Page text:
New research suggests that the "feel-good" hormone that makes scratching so satisfying also traps us in a never-ending cycle of intensifying itching.

Scratching that pesky itch is one of the most euphoric feelings, only to be disrupted by the itch coming back - again, and again. Itching can be caused by a number of things, including dry skin, irritation by dust and insect bites. When we feel itchy, we tend to scratch, which temporarily relieves the itch.

It is a well known fact amongst scientists that scratching an itch gets the nerves to carry pain signals instead of itch signals to the brain, but they weren't sure until now what then caused the itch to come back again so strongly. Scientists have now found that the brain responds to these minor pain signals by releasing serotonin, the neurotransmitter that works as a pain blocker - but it also appears to make itching worse.

To test the action of the chemical messenger, researchers from Washington University School of Medicine in the US, bred a strain of genetically engineered mice that lacked serotonin. When the mice were injected with a substance that causes their skin to normally itch, they showed no signs of feeling itchy. The mice were then injected with serotonin, and they immediately began to scratch in response to the itch-inducing substance, the authors report in the journal Neuron.

"The problem is that when the brain gets those pain signals, it responds by producing the neurotransmitter serotonin to help control that pain," said Zhou-Feng Chen, biologist and lead author of the study, in a press release. "But as serotonin spreads from the brain into the spinal cord, we found the chemical can 'jump the tracks,' moving from pain-sensing neurons to nerve cells that influence itch intensity."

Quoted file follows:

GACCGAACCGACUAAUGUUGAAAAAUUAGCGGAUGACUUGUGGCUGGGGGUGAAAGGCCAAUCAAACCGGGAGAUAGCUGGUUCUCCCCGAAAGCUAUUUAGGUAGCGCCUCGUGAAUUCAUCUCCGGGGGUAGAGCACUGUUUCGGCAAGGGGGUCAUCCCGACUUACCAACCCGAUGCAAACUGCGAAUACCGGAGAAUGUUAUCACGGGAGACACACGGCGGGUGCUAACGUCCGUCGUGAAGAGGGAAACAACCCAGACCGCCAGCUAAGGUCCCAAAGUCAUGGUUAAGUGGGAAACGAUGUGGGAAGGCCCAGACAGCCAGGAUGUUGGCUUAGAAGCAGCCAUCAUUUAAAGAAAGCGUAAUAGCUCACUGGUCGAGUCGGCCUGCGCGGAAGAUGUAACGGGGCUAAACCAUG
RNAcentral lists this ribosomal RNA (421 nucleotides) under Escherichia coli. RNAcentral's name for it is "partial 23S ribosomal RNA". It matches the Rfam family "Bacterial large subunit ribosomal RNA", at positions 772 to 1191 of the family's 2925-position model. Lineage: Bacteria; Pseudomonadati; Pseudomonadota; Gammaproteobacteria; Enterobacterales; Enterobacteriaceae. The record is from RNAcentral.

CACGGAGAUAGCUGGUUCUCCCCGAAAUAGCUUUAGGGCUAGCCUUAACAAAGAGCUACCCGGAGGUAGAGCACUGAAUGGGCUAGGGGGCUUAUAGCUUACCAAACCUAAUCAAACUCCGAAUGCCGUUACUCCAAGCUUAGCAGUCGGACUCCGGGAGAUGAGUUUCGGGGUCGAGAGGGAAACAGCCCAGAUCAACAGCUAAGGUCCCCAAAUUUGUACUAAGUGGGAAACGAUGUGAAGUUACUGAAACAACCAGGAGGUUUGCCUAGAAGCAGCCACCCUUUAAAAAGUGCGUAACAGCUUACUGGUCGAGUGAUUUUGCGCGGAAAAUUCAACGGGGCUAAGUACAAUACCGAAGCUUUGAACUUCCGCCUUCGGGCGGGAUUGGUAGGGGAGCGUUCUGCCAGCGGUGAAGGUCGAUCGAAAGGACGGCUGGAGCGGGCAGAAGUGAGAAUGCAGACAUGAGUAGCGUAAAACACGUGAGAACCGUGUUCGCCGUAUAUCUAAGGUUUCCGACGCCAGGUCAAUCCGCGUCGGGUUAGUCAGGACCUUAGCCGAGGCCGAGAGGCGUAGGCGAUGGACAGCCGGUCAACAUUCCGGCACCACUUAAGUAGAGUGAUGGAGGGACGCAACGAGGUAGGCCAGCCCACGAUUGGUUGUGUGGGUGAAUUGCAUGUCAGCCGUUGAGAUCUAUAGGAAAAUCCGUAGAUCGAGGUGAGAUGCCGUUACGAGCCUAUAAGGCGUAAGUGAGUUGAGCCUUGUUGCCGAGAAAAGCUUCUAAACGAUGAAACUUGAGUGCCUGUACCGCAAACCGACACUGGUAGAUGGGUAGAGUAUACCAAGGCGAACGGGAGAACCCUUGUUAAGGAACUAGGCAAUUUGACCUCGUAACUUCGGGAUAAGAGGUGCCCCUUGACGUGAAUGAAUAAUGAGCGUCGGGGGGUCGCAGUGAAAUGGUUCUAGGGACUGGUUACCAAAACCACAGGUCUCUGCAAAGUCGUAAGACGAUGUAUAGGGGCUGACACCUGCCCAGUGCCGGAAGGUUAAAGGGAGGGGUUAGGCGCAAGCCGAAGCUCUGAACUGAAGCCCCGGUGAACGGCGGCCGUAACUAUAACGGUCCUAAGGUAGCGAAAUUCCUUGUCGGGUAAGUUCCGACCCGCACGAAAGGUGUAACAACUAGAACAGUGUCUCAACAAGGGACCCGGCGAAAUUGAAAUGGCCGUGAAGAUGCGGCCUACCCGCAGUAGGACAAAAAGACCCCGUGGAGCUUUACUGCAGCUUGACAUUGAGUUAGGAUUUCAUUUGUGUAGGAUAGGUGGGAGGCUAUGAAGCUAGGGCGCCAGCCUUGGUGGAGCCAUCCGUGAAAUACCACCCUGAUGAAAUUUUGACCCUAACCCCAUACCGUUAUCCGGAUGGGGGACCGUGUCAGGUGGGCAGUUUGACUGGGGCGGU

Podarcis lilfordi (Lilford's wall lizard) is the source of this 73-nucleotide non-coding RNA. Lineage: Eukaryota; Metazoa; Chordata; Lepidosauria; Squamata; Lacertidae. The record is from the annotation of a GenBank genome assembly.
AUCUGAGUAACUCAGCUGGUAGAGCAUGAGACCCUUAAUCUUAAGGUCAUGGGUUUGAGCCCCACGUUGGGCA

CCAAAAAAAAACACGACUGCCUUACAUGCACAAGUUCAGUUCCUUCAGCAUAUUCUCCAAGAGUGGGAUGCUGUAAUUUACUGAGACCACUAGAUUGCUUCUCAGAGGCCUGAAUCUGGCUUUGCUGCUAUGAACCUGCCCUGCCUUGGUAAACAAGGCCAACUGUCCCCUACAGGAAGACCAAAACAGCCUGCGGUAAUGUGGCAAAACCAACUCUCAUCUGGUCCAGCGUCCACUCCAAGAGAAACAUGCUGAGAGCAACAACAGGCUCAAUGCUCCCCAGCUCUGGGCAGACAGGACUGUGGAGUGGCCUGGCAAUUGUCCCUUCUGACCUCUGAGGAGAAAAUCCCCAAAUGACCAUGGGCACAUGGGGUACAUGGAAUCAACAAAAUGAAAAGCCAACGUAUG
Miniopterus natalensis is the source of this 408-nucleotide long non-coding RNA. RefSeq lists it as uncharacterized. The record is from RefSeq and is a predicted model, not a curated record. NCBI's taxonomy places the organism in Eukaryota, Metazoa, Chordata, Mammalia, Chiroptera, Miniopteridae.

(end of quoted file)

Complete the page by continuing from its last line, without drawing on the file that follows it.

Unfortunately blocking serotonin to help relieve people who suffer from chronic itching isn't an option. Serotonin is a "feel good" hormone, that's linked to depression and wellbeing, and without it, people would not be able to control pain naturally.

A better target, the scientists decided, would be to to interfere with the spinal cord pathway between serotonin and nerve cells - these are called GRPR neurons and they're responsible for communicating the itch signals from the skin to the brain. 

To explore this, the team injected mice with an itch-inducing substance as well as compounds to activate different serotonin receptors on GRPR. After testing several different receptors, they found that a receptor called 5HT1A was the one that activated the GRPR neurons. The mice were then given a compound that blocks the 5HT1A receptor, and sure enough, they scratched less.

"Serotonin does more than only inhibit pain. Our new finding shows that it also makes itch worse by activating GRPR neurons through 5HT1A receptors," said Chen.

The team is now trying to get a better understanding of the molecular and cellular mechanisms behind the pathway. In the mean time, try not to scratch, even if this article triggers an inconvenient itch on the centre of your back.

Source: EurekAlert